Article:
Me and my girl
A trip down south. A couple of night away and such fun. A breath of fresh (wintery) air.
Hiking in the shadow of our amazing countries tallest mountain. Icebergs on glacial lakes. Sunsets over snow. Steep climbs leading to big views. Swing bridges and handstands. Autumn colours and steep moraines. And a sneaky pic thats got me in it.
Holiday activities, gym comp. Learning. In season fruit – Feijoas are weird and an acquired taste but the kid likes them. Baking.
We had a lovely day out with friends out in the backwaters of the Hurunui to kick off the Easter weekend. It was a perfect day, sunny but not to hot and we found the coolest domain with a great play area and lots of awesome shade for a picnic lunch.
The kids played for ages before we headed out into the hills to check out a cool camp site and then the river – and a small side stream for the kids to play in.
It was a great day out in an area that is only a couple of hours away but one that we haven’t explored at all before. Such a beautiful backdrop and somewhere we wouldn’t have easily discovered without the invite from friends.
And I still do. The kid is loving school but after our initial homeschool journey and transition to school life we have decided to actively supplement her school work.
Her school is a small local country school where most of her close friends go and she’s very happy and settled there. It follows a traditional NZ curriculum with emphasis on creating engaged well-rounded kids.
However by the end of last year it was becoming apparent that the lack of structure, expectation and challenges were creating some issues with the level of work she was producing.
Through our homeschooling journey we learnt what type of learning suits the kid. She works best with clear boundaries and expectations, small bite sized tasks and lots of repetition to build confidence – particularly in maths.
Sadly the modern learning environment doesn’t really fit that well with how she learns best.
To bolster her school experience we work predominantly on maths, rote learning things like number bonds, times tables and key skills.
Because of her learning style we find work books appeal to her – she learns visually and needs calm, clear directions. If she gets flustered, anxious or faced with a task perceived as too big or complex she completely freezes and becomes incapable of even the simplest sums.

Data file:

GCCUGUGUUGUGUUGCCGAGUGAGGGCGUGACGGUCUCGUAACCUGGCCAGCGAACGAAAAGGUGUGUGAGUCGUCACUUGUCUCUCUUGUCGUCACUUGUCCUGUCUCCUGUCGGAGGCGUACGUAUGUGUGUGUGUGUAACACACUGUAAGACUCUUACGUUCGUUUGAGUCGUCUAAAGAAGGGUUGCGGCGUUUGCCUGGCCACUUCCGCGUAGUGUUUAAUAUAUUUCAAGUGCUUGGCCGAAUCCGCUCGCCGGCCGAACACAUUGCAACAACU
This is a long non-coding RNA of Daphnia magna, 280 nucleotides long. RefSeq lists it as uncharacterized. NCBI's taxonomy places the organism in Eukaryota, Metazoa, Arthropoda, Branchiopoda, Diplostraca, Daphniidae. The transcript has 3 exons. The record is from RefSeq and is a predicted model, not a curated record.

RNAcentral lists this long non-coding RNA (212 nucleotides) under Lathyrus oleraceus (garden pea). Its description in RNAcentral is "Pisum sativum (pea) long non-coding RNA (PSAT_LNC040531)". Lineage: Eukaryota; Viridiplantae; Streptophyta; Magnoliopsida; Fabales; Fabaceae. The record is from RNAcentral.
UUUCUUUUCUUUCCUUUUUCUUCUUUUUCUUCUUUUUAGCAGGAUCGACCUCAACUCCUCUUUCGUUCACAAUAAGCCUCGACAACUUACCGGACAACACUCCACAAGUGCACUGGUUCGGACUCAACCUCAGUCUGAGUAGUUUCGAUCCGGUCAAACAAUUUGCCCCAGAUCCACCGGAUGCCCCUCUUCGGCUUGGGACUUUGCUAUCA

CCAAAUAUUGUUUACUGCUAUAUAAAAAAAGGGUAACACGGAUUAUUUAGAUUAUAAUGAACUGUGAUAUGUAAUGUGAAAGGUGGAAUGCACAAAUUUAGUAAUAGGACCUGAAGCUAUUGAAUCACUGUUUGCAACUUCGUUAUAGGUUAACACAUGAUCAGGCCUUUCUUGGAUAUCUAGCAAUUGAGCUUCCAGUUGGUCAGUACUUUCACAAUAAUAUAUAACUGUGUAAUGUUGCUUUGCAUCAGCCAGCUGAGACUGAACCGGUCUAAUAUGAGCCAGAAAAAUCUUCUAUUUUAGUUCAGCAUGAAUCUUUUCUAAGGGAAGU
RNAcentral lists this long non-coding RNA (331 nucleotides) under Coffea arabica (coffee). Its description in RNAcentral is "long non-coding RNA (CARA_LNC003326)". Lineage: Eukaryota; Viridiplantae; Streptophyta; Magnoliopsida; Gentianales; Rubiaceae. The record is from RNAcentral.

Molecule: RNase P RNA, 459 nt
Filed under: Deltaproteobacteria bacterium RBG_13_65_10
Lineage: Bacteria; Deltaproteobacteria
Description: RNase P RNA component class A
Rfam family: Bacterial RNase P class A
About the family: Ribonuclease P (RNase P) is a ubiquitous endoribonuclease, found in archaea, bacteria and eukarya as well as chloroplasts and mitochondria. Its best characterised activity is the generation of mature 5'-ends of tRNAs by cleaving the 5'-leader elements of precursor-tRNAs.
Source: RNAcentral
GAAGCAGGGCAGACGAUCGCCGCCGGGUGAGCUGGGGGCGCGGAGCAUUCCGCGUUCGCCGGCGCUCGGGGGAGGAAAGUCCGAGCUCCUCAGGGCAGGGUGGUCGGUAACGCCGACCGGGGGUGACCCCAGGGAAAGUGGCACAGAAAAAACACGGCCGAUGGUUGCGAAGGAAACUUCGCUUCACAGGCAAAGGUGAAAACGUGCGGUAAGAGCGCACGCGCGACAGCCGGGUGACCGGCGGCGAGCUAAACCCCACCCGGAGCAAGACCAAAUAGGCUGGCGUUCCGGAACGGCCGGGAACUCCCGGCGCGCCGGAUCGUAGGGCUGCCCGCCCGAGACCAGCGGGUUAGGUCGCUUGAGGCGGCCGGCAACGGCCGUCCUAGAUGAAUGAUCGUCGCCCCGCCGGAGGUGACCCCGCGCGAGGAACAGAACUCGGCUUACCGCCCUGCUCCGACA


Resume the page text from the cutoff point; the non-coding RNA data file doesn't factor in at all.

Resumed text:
The current NZ maths curriculum doesn’t play to her strengths at all. It’s very mental maths with an emphasis on multiple ‘strategies’ and it jumps around a lot, which doesn’t suit the kid in any way.
We do a little handwriting and a little grammar and comprehension each week on top of the maths skills – no more than 15 minutes on each once a week. Recently I have come to use Scofield and Sims books exclusively (not sponsored – just find they works so well for us).
So I guess I’m still homeschooler at heart, may be I can’t let go of her education entirely and I’m meddling in a perfectly good system, may be I’m over compensating or pushing to hard. My lack of faith in aspects of the current curriculum might be entirely unfounded. May be i’m turning into a tiger mum? Or is it helicopter parenting?
But I know that its working well for us, she’s happy and engaged and thriving. School fills her ‘social bucket’ as it were and working on certain areas at home means the standard that she’s is capable of working to is maintained.
Mama made clothes. Funny faces. The best cats ever. Enjoying the last of summer, leaping through the sprinkler while its warm enough, last of swim club done and dusted and finished with a BBQ.
Still warm enough to walk in shorts and T-shirts, taking softies with her. Those funny moments between tweenager sass and the little kid that wants to taker her foxie out walking with her.
It’s nearly the end of term and delightfully before that its the Easter break, much anticipated down time, a trip away and some fun in the gym all on the calendar.
As part of my ‘get back into sewing’ drive was I was lucky enough to be part of the testing group for the Breeze Shirt from Twig and Tale.
It’s a truely unisex shirt, relaxed fit with no fastenings – unless you want to add rivets and ties or buttons to the front and comes with different sleeve length options.
There are no exposed seams in this shirt, everything is french seamed or tucked under and stitched. It’s not a hard sew at all, the instructions are detailed with pictures and videos if needed. It’s not the fastest because of all the seams but I found it really satisfying as it came together so cleanly and looked so professional.
I chose a shorter sleeve and hacked my own hi-lo hem as the kid wanted it to be ‘girlie’. I slightly faffed between tunic and dress length so it definitely needs shorts or leggings under it, but the back is still quite long. The fabric is Sarah Jane and was in my stash. The kid is very into knit or jersey fabric clothing, comfort comes first in everything so the fact she happily chooses this out of the wardrobe (or more accurately big pile on the floor) is a huge boon for being able to use woven fabric for her clothes.
Go check it out – and if you haven’t looked recently check out all the Twig and Tale patterns, they make up a huge percentage of the kids wardrobe, clothing and outwear.
The kid did her first Weetbix TRYathlon at a couple weekends ago. 7 is the youngest they can do it and she was mostly excited and a little nervous. A 50m swim, then a little run to the transition area and onto her bike for a 4km bike ride and to finish off a 1.5km run round the park and up the finish chute.
She did so well, swam fast, enjoyed the biking and ran almost the entire 1.5km. And most importantly finished with a huge smile on her face.
First ever Weetbix Tryathlon. Loved it. Rocked it
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